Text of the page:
Want to inspire a high performance team? Want to inspire creativity on your project? You need to create an environment that is so ‘awesome’, creativity and productivity is never an issue. Here’s some ideas to get started…
Here is a short list of simple ways to inspire your teams creativity and get them cranking out the productivity and creativity…
DO A SETH AND BUILD TRIBES
People want to belong to tribes.
I remember taking over a troubled project for a company in the UK. The moral of the team was shot to pieces, the output non-existent, the budget exceeded.
I started on the Monday.
On the previous Friday the company had made the team sit through a ‘we value our employees’ presentation… then fired them all! Go figure…
I walked in on the Monday… to only 1 team member. My boss thought he was helping me, when what he had just done is thrown the baby out with the bath water. After a rather uncomfortable conversation with him I was able to call the guys back in for a chat.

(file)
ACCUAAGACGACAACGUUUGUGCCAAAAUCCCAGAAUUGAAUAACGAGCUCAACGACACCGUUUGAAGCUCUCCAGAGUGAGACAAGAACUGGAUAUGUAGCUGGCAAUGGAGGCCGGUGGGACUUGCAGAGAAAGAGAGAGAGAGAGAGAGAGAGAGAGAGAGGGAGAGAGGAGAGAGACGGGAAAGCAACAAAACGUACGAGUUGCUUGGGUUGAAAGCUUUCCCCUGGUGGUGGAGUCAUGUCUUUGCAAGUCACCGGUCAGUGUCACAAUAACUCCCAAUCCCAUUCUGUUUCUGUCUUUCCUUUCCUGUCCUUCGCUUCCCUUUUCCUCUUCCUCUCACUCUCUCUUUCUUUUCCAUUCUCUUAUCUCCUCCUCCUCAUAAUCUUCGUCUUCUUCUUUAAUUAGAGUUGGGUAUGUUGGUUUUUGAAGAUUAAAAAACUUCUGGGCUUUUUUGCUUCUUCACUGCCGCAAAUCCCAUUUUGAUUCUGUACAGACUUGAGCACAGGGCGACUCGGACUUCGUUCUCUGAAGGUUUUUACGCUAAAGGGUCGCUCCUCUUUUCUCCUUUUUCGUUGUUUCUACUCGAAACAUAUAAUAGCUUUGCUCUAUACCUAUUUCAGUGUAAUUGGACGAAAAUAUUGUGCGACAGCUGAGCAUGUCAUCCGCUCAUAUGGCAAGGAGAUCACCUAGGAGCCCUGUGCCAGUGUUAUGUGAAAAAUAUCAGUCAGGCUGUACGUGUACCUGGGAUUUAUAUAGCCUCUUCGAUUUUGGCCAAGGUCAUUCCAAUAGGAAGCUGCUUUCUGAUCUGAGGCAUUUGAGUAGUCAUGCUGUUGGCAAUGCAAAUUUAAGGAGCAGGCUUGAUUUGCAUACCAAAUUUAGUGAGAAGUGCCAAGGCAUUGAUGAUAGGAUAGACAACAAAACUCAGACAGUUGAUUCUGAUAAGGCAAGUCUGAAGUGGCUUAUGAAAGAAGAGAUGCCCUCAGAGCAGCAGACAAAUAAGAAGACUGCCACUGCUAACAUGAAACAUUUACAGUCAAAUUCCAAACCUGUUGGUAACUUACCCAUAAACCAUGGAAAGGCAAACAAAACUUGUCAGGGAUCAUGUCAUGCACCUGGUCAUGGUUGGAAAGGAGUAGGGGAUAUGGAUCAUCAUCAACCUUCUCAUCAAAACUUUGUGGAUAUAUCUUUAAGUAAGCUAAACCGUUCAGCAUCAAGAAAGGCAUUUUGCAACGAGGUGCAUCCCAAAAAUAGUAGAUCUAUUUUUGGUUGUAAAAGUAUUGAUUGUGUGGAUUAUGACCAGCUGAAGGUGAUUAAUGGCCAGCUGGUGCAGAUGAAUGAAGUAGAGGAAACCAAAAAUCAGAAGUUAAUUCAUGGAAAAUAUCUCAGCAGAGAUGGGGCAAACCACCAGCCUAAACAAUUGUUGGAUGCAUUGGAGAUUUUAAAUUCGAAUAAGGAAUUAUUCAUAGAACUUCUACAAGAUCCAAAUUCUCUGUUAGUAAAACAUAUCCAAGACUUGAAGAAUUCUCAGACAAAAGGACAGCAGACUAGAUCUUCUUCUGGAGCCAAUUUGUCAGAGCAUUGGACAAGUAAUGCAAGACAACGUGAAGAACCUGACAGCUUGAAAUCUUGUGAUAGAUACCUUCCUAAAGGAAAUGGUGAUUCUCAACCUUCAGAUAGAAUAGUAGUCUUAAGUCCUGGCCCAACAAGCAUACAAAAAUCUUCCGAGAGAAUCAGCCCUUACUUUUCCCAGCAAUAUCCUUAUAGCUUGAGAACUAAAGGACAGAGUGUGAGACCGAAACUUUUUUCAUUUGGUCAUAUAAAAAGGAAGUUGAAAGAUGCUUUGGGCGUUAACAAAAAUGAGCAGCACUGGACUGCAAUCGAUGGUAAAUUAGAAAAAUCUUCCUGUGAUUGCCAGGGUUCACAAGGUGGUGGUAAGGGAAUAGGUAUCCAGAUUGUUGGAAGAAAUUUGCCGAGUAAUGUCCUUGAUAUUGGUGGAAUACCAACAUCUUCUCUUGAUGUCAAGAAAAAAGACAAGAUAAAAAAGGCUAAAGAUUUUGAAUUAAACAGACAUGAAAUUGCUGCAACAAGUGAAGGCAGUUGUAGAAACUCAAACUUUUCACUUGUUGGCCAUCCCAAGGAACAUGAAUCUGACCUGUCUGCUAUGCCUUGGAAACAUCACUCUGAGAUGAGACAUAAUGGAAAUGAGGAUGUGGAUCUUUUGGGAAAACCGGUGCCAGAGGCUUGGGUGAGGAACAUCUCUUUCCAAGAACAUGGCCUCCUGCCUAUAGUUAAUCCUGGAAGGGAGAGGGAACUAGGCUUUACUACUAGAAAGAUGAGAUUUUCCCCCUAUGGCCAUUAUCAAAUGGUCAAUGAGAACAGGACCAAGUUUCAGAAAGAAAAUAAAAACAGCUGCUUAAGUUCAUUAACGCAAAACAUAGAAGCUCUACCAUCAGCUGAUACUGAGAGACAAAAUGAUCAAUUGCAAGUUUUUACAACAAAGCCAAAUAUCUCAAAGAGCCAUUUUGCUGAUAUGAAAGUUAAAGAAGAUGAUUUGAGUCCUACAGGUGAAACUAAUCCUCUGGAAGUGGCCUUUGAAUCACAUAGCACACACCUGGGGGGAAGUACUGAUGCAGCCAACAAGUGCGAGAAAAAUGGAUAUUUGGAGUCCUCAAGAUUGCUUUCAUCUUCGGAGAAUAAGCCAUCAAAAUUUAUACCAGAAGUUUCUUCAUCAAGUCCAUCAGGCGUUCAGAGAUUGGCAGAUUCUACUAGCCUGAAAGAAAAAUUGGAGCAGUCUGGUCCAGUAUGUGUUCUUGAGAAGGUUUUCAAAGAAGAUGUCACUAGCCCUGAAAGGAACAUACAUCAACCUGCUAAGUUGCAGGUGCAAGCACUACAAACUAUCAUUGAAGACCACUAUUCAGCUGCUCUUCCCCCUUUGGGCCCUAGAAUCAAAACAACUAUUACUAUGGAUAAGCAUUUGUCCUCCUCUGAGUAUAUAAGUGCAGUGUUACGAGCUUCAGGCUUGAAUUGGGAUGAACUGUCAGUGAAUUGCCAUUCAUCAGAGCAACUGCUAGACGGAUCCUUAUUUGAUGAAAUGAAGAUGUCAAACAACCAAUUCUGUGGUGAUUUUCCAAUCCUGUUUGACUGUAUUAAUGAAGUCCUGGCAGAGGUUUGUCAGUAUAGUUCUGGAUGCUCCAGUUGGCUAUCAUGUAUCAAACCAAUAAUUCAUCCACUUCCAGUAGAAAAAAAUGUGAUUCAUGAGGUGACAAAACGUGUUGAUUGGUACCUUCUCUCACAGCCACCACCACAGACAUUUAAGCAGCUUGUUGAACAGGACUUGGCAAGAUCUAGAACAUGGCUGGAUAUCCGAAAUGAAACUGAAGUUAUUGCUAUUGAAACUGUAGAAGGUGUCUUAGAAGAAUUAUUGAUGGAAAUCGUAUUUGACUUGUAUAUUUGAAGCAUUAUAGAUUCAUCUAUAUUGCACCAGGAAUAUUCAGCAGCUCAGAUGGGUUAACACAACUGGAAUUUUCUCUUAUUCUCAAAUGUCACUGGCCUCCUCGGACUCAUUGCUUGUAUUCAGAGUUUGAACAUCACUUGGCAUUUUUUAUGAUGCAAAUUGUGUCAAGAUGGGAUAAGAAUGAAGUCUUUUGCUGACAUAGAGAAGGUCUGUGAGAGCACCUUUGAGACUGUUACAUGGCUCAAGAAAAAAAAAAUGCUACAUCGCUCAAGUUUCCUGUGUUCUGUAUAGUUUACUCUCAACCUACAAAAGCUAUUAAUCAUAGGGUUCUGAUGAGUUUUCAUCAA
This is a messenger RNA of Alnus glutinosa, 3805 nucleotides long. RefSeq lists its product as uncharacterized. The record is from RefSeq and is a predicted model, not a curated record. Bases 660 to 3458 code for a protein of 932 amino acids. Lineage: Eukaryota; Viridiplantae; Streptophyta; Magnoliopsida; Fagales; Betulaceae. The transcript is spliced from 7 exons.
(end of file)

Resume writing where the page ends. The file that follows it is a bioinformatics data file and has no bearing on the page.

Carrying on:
I ran a retro… a retro on the situation and how they had got there.
Basically, they had been housed off site, never visited, never thanked and never given the opportunity to show off their successes. Bill Gates talks about creating positive spirals and avoiding negative spirals… this was a negative vortex!
I got the team as a collective to list what they would do to fix everything.
I then said… if we, together, commit to the list, would they be interested in coming back and delivering the project.
The answer was unanimous… they all came back. We had a great time, we delivered twice the business value than originally planned, and our staff turn over reduced to zero. In fact I was receive weekly emails from friends of team members asking if they could join the ‘glory’ team!
All I did was put in motion the ingredients to create a tribe.
People want to belong to something great. They want to add value and they want recognition.
I find, the most important part of creativity is sharing it with someone else… and this is where daily standup get their power from.